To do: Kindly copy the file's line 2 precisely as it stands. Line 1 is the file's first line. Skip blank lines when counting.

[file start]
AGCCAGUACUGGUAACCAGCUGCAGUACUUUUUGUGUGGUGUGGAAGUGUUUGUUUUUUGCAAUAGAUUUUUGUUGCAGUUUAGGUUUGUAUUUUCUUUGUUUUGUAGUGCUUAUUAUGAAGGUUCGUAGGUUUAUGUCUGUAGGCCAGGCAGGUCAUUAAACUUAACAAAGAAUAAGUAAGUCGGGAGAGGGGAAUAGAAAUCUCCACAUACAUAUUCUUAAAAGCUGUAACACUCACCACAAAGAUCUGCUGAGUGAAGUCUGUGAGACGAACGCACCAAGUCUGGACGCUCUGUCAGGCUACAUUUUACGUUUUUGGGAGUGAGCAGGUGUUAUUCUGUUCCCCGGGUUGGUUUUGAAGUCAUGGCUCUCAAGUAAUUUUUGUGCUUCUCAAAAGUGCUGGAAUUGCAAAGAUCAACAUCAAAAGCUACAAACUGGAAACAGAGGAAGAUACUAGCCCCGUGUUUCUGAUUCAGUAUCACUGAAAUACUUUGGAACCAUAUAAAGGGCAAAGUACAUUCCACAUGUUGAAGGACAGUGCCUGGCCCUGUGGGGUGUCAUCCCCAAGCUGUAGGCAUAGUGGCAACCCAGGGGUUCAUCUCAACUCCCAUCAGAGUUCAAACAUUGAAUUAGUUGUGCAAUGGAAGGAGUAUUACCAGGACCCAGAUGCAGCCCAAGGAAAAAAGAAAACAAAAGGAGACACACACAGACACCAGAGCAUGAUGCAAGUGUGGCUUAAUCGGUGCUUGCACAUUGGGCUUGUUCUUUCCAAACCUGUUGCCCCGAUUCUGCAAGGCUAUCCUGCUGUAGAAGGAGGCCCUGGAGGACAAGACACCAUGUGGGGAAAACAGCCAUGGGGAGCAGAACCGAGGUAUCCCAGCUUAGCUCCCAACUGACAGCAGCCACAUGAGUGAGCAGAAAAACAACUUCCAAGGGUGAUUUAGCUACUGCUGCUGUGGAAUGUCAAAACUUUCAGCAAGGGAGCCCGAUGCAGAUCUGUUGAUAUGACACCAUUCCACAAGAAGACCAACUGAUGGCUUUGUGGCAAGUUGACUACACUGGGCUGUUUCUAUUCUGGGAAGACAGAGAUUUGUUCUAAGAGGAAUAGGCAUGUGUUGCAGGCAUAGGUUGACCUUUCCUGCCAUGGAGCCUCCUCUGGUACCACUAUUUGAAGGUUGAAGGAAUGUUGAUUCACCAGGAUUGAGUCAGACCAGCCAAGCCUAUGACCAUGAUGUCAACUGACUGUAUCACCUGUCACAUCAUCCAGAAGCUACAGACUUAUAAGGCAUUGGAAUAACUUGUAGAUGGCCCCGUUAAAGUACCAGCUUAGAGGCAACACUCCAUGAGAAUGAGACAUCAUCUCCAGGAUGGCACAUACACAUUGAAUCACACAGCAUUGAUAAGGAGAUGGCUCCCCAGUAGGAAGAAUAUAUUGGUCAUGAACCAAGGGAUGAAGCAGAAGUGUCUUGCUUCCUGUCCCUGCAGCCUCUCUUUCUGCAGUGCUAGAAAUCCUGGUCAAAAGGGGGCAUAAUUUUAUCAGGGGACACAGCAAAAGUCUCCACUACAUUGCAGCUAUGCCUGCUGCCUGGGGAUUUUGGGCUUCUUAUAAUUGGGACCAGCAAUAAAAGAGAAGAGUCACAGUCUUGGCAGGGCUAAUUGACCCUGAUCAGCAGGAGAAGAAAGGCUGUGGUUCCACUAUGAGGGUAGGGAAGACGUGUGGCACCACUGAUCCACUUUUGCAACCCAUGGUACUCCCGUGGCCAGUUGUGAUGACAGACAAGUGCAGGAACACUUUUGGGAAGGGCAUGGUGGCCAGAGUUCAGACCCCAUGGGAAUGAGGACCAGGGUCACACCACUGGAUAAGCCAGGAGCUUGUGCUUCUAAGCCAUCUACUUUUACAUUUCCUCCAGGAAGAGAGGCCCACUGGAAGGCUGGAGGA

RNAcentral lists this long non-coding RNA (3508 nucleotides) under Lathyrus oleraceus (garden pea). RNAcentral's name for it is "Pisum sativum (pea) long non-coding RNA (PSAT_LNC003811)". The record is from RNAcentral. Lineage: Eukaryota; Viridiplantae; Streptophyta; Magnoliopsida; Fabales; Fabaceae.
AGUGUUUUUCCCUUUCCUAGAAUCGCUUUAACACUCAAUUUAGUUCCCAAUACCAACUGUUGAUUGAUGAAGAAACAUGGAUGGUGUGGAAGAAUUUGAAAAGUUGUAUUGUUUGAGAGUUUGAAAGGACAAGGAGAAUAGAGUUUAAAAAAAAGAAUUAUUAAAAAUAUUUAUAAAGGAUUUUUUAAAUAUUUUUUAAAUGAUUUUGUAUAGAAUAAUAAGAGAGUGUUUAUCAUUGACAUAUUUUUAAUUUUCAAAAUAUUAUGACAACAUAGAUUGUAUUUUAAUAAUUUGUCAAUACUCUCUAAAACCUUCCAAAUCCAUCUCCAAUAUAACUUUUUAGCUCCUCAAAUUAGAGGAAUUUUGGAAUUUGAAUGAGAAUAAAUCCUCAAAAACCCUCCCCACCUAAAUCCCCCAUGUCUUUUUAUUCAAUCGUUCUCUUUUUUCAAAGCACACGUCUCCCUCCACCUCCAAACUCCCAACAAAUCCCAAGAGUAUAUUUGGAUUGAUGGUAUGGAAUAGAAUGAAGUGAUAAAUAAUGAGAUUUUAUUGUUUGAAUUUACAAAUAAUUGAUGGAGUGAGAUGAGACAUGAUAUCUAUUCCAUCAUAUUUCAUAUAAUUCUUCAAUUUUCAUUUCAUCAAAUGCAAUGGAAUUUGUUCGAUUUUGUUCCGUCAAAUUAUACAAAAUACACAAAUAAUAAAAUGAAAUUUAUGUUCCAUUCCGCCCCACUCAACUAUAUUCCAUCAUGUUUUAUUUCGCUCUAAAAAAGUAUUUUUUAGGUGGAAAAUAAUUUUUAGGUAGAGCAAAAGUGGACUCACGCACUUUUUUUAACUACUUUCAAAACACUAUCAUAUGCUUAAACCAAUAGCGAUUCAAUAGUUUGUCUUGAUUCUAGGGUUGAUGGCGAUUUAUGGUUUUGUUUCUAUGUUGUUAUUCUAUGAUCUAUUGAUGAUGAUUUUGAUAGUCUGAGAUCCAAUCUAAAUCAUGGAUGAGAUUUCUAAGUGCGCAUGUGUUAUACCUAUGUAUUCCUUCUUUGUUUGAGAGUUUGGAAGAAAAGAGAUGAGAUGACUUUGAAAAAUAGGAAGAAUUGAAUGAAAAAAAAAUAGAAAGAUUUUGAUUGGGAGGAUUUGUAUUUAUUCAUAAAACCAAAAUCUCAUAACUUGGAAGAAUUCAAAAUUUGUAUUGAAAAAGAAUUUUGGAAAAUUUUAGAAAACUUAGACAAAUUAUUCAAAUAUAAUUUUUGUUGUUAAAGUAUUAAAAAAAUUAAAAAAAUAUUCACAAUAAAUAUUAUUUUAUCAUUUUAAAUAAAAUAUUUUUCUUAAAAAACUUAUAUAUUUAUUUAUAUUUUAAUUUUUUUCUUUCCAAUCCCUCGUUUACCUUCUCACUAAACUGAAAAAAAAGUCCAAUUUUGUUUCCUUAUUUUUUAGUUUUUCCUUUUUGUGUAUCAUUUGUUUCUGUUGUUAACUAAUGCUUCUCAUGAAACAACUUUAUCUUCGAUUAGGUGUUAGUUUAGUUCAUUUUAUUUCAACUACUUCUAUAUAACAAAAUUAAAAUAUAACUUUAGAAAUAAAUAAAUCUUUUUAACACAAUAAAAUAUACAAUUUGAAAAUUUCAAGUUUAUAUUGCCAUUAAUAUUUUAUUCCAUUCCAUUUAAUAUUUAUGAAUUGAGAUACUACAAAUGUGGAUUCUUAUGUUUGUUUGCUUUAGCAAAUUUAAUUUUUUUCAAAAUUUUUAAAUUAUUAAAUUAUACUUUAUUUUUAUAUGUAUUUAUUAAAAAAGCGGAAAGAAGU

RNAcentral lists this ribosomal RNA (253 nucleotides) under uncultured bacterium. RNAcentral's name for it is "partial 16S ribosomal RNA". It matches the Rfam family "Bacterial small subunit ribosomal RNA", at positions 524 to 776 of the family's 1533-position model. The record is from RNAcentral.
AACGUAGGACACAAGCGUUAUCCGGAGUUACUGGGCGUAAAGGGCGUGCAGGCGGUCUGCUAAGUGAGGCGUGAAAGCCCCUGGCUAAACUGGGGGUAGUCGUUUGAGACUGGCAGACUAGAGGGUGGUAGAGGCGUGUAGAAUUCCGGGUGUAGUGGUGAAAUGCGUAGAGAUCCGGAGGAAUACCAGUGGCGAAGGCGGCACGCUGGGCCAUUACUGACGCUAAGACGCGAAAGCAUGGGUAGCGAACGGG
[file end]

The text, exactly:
RNAcentral lists this long non-coding RNA (3508 nucleotides) under Lathyrus oleraceus (garden pea). RNAcentral's name for it is "Pisum sativum (pea) long non-coding RNA (PSAT_LNC003811)". The record is from RNAcentral. Lineage: Eukaryota; Viridiplantae; Streptophyta; Magnoliopsida; Fabales; Fabaceae.